Rohatgi defends India’s record at UN Human Rights Council
NGOs must abide by India’s laws, Attorney-General Mukul Rohatgi told the UN’s Human Rights Council at Geneva, as the government faced a tough “peer review” by other countries at the Council. The Council members on Thursday recommended a revision in India’s Foreign Contribution Regulatory Act (FCRA), a repeal of the Armed Forces Special Powers Act, decriminalisation of homosexuality and the inclusion of marital rape in Indian laws on sexual violence.
“Supported by a rights-oriented constitutional framework, secular polity, independent judiciary, free and vibrant media, vocal civil society, and a range of national and State-level commissions that monitor compliance with human rights, India continues with its endeavours towards observance of human rights,” the Attorney-General replied, adding that the FCRA is a legitimate law that NGOs wishing to operate in India must follow.
The attack on the FCRA act came from nearly a dozen countries, mostly from Europe. The charge was led by the U.S. and Germany, who called the Act and the government’s actions “arbitrary”.
“India must defend the right to freedom of association, which includes the ability of civil society organisations to access foreign funding, and protect human rights defenders effectively against harassment and intimidation,” the German Ambassador to the UN mission in Geneva said, while the U.S. envoy decried the “complete lack of transparency” in the implementation of the FCRA.
Australia, Ireland, Norway, South Korea, Denmark and the Czech Republic were among other countries calling for a review of the FCRA that has led to the licences of about 14,000 of NGOs being cancelled because of alleged violations.
Attack on minorities
The government also faced criticism on violence against religious minorities from a number of countries. Pakistan’s statement was the sharpest, accusing India of failing to protect minorities “especially Muslims” from “mob violence” and “attacks by extremist groups affiliated to the government.”
Attacks on Africans in India appeared as a new subject of concern at the HRC proceedings, and the government said it accepted responsibility and had sought to prosecute all those responsible for the brutal beating of students at a mall in Noida in March 2017.
Nearly all 112 countries at the 5-yearly review of India’s record called for India to ratify the UN Additional Convention Against Torture (CAT). India is one of only nine countries which haven’t yet implemented the Torture convention, despite signing on to it in 1997. In 2012, India had also given a unilateral pledge to ratify CAT, but has yet to move forward on it, despite a Supreme Court directive in the matter. In his response on Thursday Mr. Rohatgi once again pledged to ratify it.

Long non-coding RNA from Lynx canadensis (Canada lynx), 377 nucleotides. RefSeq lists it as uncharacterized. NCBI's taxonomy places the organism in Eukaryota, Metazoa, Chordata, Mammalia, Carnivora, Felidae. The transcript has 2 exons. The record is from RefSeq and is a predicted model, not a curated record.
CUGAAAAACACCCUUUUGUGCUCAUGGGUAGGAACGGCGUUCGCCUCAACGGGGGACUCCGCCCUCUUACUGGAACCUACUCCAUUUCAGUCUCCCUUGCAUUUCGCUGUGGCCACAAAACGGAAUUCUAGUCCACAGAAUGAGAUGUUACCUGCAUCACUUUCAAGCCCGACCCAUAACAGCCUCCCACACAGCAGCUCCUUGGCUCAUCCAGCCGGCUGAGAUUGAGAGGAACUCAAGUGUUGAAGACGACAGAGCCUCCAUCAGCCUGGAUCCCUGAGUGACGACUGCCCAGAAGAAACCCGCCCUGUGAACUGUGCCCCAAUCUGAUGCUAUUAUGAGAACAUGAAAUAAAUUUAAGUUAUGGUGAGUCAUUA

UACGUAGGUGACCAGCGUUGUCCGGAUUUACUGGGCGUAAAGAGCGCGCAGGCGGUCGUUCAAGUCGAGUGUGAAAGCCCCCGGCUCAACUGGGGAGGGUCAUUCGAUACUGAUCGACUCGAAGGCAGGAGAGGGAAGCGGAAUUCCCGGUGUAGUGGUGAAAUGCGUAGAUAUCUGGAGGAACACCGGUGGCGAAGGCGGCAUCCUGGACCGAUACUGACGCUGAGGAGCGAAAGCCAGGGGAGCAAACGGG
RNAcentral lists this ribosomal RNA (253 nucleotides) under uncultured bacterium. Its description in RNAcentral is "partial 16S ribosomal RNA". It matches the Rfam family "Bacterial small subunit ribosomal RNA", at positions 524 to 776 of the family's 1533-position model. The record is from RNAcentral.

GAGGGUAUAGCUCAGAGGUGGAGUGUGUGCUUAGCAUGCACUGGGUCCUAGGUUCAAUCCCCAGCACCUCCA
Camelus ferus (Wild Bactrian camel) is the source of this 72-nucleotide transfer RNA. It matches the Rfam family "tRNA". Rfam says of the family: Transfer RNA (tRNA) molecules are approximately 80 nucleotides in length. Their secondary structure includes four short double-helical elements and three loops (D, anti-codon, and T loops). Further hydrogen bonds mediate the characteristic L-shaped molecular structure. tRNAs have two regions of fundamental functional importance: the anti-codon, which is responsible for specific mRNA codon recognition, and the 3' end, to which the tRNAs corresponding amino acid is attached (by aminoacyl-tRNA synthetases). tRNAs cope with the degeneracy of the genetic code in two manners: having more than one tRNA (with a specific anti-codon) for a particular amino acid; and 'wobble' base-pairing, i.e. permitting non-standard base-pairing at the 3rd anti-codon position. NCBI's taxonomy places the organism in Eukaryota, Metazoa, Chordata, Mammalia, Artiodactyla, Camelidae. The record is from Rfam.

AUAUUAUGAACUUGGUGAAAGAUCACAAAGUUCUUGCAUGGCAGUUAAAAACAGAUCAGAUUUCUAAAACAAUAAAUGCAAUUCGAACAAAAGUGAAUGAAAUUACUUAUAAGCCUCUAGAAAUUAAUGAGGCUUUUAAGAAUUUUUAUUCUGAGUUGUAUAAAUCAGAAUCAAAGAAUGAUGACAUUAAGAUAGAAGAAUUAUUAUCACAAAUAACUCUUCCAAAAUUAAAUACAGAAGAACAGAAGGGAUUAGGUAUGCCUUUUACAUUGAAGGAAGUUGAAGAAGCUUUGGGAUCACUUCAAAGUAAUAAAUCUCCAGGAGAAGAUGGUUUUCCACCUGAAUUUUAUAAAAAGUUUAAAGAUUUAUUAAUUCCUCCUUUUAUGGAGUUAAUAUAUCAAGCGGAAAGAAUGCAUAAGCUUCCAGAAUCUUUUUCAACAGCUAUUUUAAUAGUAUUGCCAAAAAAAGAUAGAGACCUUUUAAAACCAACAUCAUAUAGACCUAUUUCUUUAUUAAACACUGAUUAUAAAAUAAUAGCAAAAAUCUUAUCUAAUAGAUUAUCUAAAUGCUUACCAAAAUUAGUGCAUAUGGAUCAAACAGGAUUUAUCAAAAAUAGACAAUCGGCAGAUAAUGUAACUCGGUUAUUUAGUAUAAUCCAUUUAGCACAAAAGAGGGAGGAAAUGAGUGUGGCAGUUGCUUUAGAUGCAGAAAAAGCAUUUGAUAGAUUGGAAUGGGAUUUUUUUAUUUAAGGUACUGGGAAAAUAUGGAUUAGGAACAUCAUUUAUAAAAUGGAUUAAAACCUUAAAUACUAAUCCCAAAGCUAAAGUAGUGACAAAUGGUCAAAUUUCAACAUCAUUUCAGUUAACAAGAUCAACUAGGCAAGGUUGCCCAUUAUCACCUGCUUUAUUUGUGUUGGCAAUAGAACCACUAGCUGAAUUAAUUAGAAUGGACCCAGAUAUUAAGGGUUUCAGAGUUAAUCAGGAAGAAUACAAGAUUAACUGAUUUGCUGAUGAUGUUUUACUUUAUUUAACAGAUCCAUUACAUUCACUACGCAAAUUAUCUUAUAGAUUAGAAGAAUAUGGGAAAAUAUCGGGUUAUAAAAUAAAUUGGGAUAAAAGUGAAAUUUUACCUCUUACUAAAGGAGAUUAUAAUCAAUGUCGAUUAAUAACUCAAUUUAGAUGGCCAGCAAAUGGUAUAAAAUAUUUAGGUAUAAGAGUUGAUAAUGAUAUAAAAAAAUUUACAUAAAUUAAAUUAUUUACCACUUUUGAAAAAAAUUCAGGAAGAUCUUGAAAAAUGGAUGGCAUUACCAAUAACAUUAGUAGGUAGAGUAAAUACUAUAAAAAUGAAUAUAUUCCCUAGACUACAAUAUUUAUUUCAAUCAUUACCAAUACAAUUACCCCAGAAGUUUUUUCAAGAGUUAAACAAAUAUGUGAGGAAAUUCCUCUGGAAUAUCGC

“It is shocking that five years after making that pledge India remains committed to not abolishing torture, and seems to admit it is an important tool in its law and order practices,” SC–appointed amicus curiae Colin Gonsalves told The Hindu calling the Attorney General’s response to the HRC members “mere time-pass”.
Responding to some of the sharpest criticism from the countries at the HRC over the Armed Forces Special Powers act, that gives forces operating in states like Jammu Kashmir and Manipur immunity from prosecution, India said the Act applies “only to disturbed areas where the law and order machinery is dealing with exigent circumstances like terrorism.” The attorney general Mr. Rohatgi added that the question on whether to repeal AFSPA “is a matter of on-going vibrant political debate” in the country. His response came days after he had told the SC that continuation of AFSPA was “an issue of national security”, defending the use of a human shield by security forces in Jammu and Kashmir in court.
Apart from all the criticism, which the government delegation comprising officials of the MEA, Women and Child Development Ministry and MHA said they would deliberate on, India won support in the room neighbours like Bangladesh, Bhutan, Sri Lanka and Nepal, who said “True to its multi-ethnic, multi-religious and multi-linguistic characteristics, India has been successful in upholding the ethos of respect for diversity and plurality in the country.”